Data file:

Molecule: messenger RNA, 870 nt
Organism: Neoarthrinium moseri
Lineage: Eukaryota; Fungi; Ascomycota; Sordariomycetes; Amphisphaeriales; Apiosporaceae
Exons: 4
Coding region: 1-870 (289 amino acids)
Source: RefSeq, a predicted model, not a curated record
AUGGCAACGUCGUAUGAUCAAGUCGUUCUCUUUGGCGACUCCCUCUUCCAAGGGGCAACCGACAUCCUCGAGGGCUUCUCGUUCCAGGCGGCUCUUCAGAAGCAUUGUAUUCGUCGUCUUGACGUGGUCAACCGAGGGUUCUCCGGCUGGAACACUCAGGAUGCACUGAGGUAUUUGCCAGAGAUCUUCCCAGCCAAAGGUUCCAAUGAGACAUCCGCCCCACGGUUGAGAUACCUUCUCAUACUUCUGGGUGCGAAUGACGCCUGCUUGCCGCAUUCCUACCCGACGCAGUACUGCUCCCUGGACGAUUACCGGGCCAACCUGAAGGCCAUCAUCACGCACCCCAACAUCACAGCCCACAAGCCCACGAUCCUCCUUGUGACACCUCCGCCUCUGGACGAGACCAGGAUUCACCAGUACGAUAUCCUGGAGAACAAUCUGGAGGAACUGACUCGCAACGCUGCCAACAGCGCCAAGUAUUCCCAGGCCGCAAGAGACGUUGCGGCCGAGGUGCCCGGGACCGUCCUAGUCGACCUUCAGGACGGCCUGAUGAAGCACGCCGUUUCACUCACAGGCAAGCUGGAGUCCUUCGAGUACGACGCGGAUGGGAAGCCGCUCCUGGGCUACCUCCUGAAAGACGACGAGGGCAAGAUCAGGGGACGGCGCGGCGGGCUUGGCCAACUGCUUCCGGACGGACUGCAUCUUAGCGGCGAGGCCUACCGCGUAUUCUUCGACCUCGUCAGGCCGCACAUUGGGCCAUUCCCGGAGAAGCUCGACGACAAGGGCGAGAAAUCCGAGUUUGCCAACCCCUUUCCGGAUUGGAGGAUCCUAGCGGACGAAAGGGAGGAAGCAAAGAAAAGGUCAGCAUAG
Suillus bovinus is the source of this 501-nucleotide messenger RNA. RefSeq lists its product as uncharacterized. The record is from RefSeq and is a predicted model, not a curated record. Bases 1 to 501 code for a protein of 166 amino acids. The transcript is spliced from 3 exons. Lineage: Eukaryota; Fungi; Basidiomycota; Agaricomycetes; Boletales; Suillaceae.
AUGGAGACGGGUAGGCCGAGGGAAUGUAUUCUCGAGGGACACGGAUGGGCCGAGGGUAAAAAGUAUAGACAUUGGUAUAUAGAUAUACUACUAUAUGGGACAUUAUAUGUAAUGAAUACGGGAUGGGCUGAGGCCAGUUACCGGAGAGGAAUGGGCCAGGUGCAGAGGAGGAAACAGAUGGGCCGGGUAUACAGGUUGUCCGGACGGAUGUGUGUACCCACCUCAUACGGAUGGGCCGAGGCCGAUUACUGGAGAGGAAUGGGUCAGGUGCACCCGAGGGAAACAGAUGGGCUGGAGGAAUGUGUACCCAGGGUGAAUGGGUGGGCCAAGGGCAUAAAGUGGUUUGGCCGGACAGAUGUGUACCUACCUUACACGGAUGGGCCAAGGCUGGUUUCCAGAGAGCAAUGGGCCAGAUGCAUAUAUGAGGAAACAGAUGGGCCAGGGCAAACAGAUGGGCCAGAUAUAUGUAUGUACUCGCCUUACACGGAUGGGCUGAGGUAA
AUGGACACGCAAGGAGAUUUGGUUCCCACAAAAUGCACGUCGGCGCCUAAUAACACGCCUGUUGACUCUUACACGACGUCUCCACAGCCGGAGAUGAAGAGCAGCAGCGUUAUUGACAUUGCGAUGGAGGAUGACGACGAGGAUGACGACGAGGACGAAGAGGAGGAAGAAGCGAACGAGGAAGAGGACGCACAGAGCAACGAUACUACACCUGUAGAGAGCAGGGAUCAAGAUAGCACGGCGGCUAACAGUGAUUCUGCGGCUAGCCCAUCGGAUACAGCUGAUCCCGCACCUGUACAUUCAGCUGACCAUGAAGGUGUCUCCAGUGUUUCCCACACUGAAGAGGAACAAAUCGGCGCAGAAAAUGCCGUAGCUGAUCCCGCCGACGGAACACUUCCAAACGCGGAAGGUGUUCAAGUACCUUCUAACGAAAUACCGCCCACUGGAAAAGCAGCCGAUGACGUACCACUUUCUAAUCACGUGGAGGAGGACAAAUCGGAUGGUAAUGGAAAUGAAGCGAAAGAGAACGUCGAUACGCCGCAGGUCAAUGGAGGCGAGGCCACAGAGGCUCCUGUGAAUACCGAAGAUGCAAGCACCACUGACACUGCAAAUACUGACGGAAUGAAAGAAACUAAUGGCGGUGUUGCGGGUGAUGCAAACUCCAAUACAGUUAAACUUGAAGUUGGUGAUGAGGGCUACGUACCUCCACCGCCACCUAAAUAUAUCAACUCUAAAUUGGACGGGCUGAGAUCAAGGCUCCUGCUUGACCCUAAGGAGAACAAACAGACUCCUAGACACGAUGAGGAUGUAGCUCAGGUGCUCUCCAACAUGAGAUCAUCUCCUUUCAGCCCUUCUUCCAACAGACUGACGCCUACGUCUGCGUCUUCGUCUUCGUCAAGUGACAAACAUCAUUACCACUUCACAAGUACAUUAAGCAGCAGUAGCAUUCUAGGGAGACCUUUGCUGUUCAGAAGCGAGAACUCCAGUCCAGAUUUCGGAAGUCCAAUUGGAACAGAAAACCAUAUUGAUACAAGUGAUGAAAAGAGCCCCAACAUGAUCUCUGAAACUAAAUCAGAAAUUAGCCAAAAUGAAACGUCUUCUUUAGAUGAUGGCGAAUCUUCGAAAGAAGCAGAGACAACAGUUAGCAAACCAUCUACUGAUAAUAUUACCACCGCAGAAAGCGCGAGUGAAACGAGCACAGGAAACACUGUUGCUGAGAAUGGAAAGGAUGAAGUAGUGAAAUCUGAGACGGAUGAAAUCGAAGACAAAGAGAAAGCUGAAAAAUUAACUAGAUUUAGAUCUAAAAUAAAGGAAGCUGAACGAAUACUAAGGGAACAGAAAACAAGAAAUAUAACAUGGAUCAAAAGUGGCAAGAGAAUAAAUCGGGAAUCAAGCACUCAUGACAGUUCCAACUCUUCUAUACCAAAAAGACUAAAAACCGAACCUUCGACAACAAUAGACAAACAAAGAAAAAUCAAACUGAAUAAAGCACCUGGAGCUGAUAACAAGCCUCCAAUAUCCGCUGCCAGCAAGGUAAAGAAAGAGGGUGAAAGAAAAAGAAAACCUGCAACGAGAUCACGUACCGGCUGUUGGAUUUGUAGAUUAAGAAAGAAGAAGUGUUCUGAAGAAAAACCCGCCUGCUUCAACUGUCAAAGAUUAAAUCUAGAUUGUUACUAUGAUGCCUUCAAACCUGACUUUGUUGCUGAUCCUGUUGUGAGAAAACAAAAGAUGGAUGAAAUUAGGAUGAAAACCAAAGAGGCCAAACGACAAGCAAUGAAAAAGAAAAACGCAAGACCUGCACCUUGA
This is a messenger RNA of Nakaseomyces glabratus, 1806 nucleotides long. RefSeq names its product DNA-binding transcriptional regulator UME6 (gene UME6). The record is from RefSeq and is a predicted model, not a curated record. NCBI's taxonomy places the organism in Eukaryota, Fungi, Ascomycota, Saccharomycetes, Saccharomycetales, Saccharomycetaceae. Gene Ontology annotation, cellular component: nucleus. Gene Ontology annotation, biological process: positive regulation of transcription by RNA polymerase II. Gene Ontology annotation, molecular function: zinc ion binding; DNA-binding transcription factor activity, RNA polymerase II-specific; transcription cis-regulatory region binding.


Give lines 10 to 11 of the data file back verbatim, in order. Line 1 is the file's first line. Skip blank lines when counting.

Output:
AUGGACACGCAAGGAGAUUUGGUUCCCACAAAAUGCACGUCGGCGCCUAAUAACACGCCUGUUGACUCUUACACGACGUCUCCACAGCCGGAGAUGAAGAGCAGCAGCGUUAUUGACAUUGCGAUGGAGGAUGACGACGAGGAUGACGACGAGGACGAAGAGGAGGAAGAAGCGAACGAGGAAGAGGACGCACAGAGCAACGAUACUACACCUGUAGAGAGCAGGGAUCAAGAUAGCACGGCGGCUAACAGUGAUUCUGCGGCUAGCCCAUCGGAUACAGCUGAUCCCGCACCUGUACAUUCAGCUGACCAUGAAGGUGUCUCCAGUGUUUCCCACACUGAAGAGGAACAAAUCGGCGCAGAAAAUGCCGUAGCUGAUCCCGCCGACGGAACACUUCCAAACGCGGAAGGUGUUCAAGUACCUUCUAACGAAAUACCGCCCACUGGAAAAGCAGCCGAUGACGUACCACUUUCUAAUCACGUGGAGGAGGACAAAUCGGAUGGUAAUGGAAAUGAAGCGAAAGAGAACGUCGAUACGCCGCAGGUCAAUGGAGGCGAGGCCACAGAGGCUCCUGUGAAUACCGAAGAUGCAAGCACCACUGACACUGCAAAUACUGACGGAAUGAAAGAAACUAAUGGCGGUGUUGCGGGUGAUGCAAACUCCAAUACAGUUAAACUUGAAGUUGGUGAUGAGGGCUACGUACCUCCACCGCCACCUAAAUAUAUCAACUCUAAAUUGGACGGGCUGAGAUCAAGGCUCCUGCUUGACCCUAAGGAGAACAAACAGACUCCUAGACACGAUGAGGAUGUAGCUCAGGUGCUCUCCAACAUGAGAUCAUCUCCUUUCAGCCCUUCUUCCAACAGACUGACGCCUACGUCUGCGUCUUCGUCUUCGUCAAGUGACAAACAUCAUUACCACUUCACAAGUACAUUAAGCAGCAGUAGCAUUCUAGGGAGACCUUUGCUGUUCAGAAGCGAGAACUCCAGUCCAGAUUUCGGAAGUCCAAUUGGAACAGAAAACCAUAUUGAUACAAGUGAUGAAAAGAGCCCCAACAUGAUCUCUGAAACUAAAUCAGAAAUUAGCCAAAAUGAAACGUCUUCUUUAGAUGAUGGCGAAUCUUCGAAAGAAGCAGAGACAACAGUUAGCAAACCAUCUACUGAUAAUAUUACCACCGCAGAAAGCGCGAGUGAAACGAGCACAGGAAACACUGUUGCUGAGAAUGGAAAGGAUGAAGUAGUGAAAUCUGAGACGGAUGAAAUCGAAGACAAAGAGAAAGCUGAAAAAUUAACUAGAUUUAGAUCUAAAAUAAAGGAAGCUGAACGAAUACUAAGGGAACAGAAAACAAGAAAUAUAACAUGGAUCAAAAGUGGCAAGAGAAUAAAUCGGGAAUCAAGCACUCAUGACAGUUCCAACUCUUCUAUACCAAAAAGACUAAAAACCGAACCUUCGACAACAAUAGACAAACAAAGAAAAAUCAAACUGAAUAAAGCACCUGGAGCUGAUAACAAGCCUCCAAUAUCCGCUGCCAGCAAGGUAAAGAAAGAGGGUGAAAGAAAAAGAAAACCUGCAACGAGAUCACGUACCGGCUGUUGGAUUUGUAGAUUAAGAAAGAAGAAGUGUUCUGAAGAAAAACCCGCCUGCUUCAACUGUCAAAGAUUAAAUCUAGAUUGUUACUAUGAUGCCUUCAAACCUGACUUUGUUGCUGAUCCUGUUGUGAGAAAACAAAAGAUGGAUGAAAUUAGGAUGAAAACCAAAGAGGCCAAACGACAAGCAAUGAAAAAGAAAAACGCAAGACCUGCACCUUGA
This is a messenger RNA of Nakaseomyces glabratus, 1806 nucleotides long. RefSeq names its product DNA-binding transcriptional regulator UME6 (gene UME6). The record is from RefSeq and is a predicted model, not a curated record. NCBI's taxonomy places the organism in Eukaryota, Fungi, Ascomycota, Saccharomycetes, Saccharomycetales, Saccharomycetaceae. Gene Ontology annotation, cellular component: nucleus. Gene Ontology annotation, biological process: positive regulation of transcription by RNA polymerase II. Gene Ontology annotation, molecular function: zinc ion binding; DNA-binding transcription factor activity, RNA polymerase II-specific; transcription cis-regulatory region binding.